I didn’t know anything about the Ben Breedlove story until I watched the CBS Sunday Morning profile of it from yesterday. It’s probably one of the more inspirational things I’ve ever seen a major media outlet tackle — and yes, while there’s a degree of saccharine to it, there’s a degree of that to almost everything. My personal view of it might involve some context (again, everything does), because I just came back from my aunt’s funeral about two weeks ago; she was 60, which is absolutely, positively too young to shuffle off this mortal coil.
Kid Cudi, who I actually listen to pretty regularly, even got involved in the Breedlove story. (MTV took this story one step further, claiming he “broke down” over Breedlove’s death.) Familiar news outlets — ABC, People — tackled the story, Reddit discussed the veracity of his visions, and a search for “Ben Breedlove response” on YouTube gives you roughly 4,000 results.
Let’s get to the core of the issue, though — are his descriptions accurate, or can they be explained in some type of logical, medical way? NDEs are what the Internet tends to call near-death experiences; here’s an interesting article about some research that came out of Texas A&M on the topic. A Belgian researcher has claimed the afterlife is “even more real than real,” and this TED.com thread on it (now closed) is fairly interesting as well. I honestly can’t think of a bigger, more central question to life that no one knows a definitive answer to — sure, you can ask something super intense and broad ala “Why are we here?” or “How did the universe actually begin?” To my knowledge, those don’t have 100 percent definitive answers either. But those also aren’t tied up deeply in faith, love, and the belief that you’ll have access to/time with a person in another context.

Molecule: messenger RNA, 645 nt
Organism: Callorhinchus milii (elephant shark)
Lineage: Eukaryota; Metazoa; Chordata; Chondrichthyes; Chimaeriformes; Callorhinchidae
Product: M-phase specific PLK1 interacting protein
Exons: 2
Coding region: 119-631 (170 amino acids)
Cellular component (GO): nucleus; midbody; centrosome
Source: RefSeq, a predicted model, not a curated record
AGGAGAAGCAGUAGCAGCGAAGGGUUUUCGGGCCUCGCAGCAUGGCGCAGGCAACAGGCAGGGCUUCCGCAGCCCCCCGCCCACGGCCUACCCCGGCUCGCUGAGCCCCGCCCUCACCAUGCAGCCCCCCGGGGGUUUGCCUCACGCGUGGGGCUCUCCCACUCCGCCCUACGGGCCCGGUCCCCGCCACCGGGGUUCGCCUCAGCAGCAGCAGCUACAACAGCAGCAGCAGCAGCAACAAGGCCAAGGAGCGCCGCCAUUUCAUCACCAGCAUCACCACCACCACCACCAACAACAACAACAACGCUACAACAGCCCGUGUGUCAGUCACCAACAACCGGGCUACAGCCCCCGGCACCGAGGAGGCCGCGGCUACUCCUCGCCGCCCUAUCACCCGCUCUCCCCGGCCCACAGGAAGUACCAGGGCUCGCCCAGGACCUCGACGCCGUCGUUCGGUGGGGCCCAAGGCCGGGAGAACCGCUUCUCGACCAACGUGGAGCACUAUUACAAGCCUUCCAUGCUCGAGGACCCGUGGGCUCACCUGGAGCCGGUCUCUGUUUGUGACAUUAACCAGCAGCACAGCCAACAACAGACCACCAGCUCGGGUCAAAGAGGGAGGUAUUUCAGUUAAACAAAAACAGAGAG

There’s a Near-Death Experience Research Foundation, and searching “near death experience” on Amazon leads to about 37,000 results. Clearly, ’tis a topic of interest for many — and that’s probably part of the reason, along with a life taken far too young, that Breedlove’s story resonates so deeply. Ally Breedlove, Ben’s sister, actually just wrote a book on this topic; it’s one of those 37K results.
For those that want to deeply believe, here’s some scientific evidence on the side of NDEs; here’s a piece from The Daily Mail on seeing the afterlife. Radiation oncologist Dr. Jeffrey Long also believes the answer is an unequivocal “yes.” There was a fairly interesting 20/20 special on heaven last year; you can watch the beginnings of that here. And, as mentioned at the end of the CBS Sunday Morning piece on Breedlove (which I’ll embed below for easier viewing), a recent study indicated that eight of 10 Americans do believe in angels. Honestly, I find that tremendous and beautiful — and I hope Ben Breedlove’s story gives hope to many more.